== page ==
belledame222 said...

Collective assumptions can of course mean such things as:

Don't spam.

Don't post other peoples' personal information.

Don't harass or stalk people; don't call people vile slurs...

and so on.

When these assumptions are spelled out, they're "rules;" when they're not, it's a social contract. It's still there. There's always *some* sort of collective assumption going on.

I get what you're saying wrt ideology and agreement. I still think that there's a fine line between ideology and behavior; and that different standards may be appropriate depending on what kind of space you want. (I will say that a lot of people aren't nearly clear enough about this, perhaps even to themselves). And that ultimately it's gonna be a judgment call, and that's just the way it is. If it's a blog, there's a host (or hosts). And it's the hosts' party. You pays your money and you takes your choice. The Internets as a whole may be democratic, or at least aspire to it; that doesn't mean that every individual space within it is or even should be a democracy.

as per "high-level discussions of rape or DV"--


this is exactly where "safe space" comes into play.

there is a vast difference between talking about the sociological causes of rape/abuse from a detached, intellectual perspective; and a space in which survivors are sharing their personal stories for the sake of emotional healing. I absofuckinglutely support the right to make any such space as exclusive as the participants need. and i defy anyone to say that any such discussion cannot be "high level" (what does this mean, anyway?)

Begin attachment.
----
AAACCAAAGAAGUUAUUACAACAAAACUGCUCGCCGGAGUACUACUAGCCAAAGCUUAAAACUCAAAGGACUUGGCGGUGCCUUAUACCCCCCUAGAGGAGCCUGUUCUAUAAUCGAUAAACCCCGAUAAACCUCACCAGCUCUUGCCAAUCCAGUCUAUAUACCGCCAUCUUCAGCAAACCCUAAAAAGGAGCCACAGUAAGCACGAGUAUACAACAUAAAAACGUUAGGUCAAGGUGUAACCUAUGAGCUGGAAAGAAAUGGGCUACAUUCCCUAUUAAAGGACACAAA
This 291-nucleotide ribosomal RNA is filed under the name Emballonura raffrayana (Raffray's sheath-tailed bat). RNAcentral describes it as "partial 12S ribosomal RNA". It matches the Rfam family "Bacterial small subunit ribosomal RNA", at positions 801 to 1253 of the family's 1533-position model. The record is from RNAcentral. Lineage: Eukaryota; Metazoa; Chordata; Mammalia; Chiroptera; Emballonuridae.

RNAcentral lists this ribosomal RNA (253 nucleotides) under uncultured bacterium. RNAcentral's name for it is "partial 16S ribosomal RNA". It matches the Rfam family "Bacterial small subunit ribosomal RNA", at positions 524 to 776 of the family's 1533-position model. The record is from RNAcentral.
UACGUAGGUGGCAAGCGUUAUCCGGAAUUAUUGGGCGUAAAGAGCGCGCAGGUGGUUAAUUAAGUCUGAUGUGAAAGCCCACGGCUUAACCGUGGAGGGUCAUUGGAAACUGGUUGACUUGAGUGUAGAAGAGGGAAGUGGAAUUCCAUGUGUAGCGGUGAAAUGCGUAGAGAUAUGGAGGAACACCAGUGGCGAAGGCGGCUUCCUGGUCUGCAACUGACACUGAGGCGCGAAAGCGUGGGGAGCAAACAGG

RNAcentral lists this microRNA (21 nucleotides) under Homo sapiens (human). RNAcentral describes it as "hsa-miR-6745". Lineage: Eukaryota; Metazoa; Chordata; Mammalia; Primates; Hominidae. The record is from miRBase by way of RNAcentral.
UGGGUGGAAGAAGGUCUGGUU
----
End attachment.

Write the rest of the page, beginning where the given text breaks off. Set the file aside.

What may be happening is that in the bigger free-for-all feminist spaces, there's not enough of a clear delineation; so that stuff that starts out being more personal/intimate gets hijacked and turned into a debate. and then there are some people who feel, I think, that -any- discussion about those subjects is one that must be strictly monitored, on the grounds that triggering stuff might come up and people will be stomping all over it.

i...well, again, i think it's important to be clear about what -kind- of discussion you want to have.

but you know, much as i for example have personal issues with Heart's "women-born-women only" business, I also think that no one space is meant to be all things to all people; and it's not up to anyone else to say whether any given closed space is useful or not to its actual participants. if that means WOC-only discussions or gay men between the ages of 20 and 45 or whatever the parameters are, then that's what it is. online especially: there's plenty of bandwidth and potential allies to go around. feel shut out? not satisfied? make your own space. build your own community. what's more democratic than that?